I am not doing project fear here: I am simply offering my best assessment of risk.
What this means for any prime minister over the next three years is that they face renegotiation of EU membership in the most torrid of environments, like it or not. I suspect all in the Remain camp (and that is the large majority of serious politicians) will have a view broadly similar to this. What is on offer to whoever takes the premiership after Brexit is a chalice much more poisoned than that Mervyn King thought was on offer to anyone in the UK in 2010.
In that case do not expect Labour to want to take office, I believe they will be happy for blue-on-blue action to continue and for the mess to arises on someone else’s watch. The chance to say after 2020 that what they will have to do is clear up the mess they inherited, with a real justification for attributing blame in this case, will be much too big to resist, in my opinion.
I stress that in that case it falls to all opposition parties to deliver an agenda for reform of the type I outlined in my blog on a narrow Remain win. I think the agenda is broadly similar, but with a twist. That twist has three elements. First they have to agree that we face an economic crisis caused by the rejection of neoliberalism, which is what a Leave vote would represent.
Second, they would have to agree a national infrastructure plan to tackle this. Because investment, money creation and tax are so intimately related (see The Joy of Tax) this is vital, in my opinion. Without an agreement to co-ordinate macro policy whilst devolving desired planning locally there will be no coherent economy alternative.
And third, the narrative of failure of neoliberalism has to be broadly agreed to challenge the backlash based in ingrained thinking that is still possible.
So what of the Conservatives who will have been left with the supposed task of governing in this thankless position of their own creation?
First, a new Chancellor will have to rip up the balanced budget hymn sheet. Unless she or he does then any recession will be much worse. But with that will go the whole Tory identity. So the option is bigger recession or in-fighting. They may go for the former, but in that case the need for an alternative plan from opposition parties is even more compelling.
Second, they will have to deal with belligerent parliaments in Scotland, Wales and Northern Ireland. These each reflect different political traditions at present. If they combine their voices they will have real power.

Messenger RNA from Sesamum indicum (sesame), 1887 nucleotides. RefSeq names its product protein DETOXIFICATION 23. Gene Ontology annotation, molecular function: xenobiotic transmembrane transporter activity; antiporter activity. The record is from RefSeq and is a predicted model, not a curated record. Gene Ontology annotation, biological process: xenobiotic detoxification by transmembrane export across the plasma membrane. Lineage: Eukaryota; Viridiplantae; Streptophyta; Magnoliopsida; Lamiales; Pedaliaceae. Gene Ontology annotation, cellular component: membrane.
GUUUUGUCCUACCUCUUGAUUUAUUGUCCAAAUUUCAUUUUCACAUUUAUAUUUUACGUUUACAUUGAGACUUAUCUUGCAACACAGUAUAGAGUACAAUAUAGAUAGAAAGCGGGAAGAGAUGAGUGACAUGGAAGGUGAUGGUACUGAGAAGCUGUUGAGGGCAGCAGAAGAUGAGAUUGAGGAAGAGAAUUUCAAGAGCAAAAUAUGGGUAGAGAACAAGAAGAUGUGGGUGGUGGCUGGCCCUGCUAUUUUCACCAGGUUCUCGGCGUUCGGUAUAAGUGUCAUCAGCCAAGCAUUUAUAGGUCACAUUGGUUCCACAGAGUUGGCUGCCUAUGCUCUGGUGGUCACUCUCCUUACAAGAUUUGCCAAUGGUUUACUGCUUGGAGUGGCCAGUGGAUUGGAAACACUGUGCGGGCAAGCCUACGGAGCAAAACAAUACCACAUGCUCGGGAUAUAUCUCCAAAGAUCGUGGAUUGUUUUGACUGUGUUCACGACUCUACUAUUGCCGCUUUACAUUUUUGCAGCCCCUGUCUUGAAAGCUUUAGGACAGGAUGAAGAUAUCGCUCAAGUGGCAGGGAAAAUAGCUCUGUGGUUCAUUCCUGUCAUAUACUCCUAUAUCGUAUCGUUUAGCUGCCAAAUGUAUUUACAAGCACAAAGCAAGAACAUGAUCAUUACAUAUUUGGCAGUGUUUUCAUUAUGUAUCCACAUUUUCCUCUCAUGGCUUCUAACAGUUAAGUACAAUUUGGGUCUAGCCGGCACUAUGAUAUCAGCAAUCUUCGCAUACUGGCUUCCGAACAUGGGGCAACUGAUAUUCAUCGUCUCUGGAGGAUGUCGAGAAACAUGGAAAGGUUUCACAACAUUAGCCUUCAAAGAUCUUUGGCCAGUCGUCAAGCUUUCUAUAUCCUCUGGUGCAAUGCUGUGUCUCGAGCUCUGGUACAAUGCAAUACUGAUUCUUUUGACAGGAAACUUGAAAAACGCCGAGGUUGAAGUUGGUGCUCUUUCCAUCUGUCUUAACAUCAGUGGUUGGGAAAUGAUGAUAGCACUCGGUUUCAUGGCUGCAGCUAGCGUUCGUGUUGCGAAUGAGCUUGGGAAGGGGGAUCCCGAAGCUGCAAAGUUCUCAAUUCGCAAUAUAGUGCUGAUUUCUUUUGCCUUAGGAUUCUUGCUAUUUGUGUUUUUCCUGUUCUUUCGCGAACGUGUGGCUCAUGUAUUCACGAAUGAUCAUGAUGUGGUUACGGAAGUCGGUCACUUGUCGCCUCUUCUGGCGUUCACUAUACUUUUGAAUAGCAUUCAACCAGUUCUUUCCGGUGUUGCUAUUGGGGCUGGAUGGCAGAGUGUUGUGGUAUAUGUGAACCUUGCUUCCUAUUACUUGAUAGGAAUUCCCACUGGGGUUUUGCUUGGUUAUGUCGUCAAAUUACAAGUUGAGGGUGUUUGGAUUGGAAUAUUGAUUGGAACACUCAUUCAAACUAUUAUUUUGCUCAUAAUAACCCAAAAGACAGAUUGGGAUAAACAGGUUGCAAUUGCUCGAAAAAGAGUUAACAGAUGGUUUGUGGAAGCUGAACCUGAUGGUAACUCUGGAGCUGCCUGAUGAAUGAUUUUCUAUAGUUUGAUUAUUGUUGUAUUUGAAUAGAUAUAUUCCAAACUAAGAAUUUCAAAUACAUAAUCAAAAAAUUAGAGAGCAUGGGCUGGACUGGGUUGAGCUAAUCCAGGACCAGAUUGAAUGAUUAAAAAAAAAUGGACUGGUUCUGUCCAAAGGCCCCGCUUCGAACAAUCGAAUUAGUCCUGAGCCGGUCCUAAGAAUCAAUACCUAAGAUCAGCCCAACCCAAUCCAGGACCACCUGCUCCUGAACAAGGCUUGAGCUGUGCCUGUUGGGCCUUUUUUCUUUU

Third, without opposition consent the government will be able to do very little. The 2015 manifesto will be history meaning the Lords will be free to challenge a great deal of legislation, and I think they will. In the Commons the government may well only be able to survive with opposition support on key economic issues because of fractures within its own ranks. To describe the likely outcome as lame duck is to be kind to it.
Despite that I expect such an administration, whose sole focus will be EU renegotiation as there will be little or no time for anything else, to survive a full term. That is because I suspect the Article 50 exit negotiations will be incomplete in 2020. The EU will wish for that. Being able to demonstrate the crippling impact of attempting to leave on the UK will be vital to other member states wishing to crush their own exit movements.
So what of 2020 in this case? I would live to think that a coalition dedicated to these things might be elected:
- Electoral reform
- House of Lords reform
- EU readmission on revised terms
- A national economic plan.
This government should, I suggest, seek a mandate for no more than two years. Then there would be new elections and a referndum on the terms for re-admission to the EU.
It is my hope that by then the EU may also have realised reform is essential and that changes in the free movement of people and capital and the use of People's QE to fund infrastructure would have all been possible. I have to live in hope, but the circumstances for change could have been created by Brexit.
And only after that election would three things happen.
First, the return of more normal politics.
Second, economic recovery.
And third the resolution of issues like Scotland’s membership of the U.K., or not.
Of course none of this may happen. Most particularly the opposition parties may not cooperate with each other. But shame on them if they don’t. We face a crisis that need not have happened now but which has been waiting in the wings for the opportunity to arise for some time. Unless opportunity is taken from that crisis our prospects are very grim indeed. As I say, I live in hope.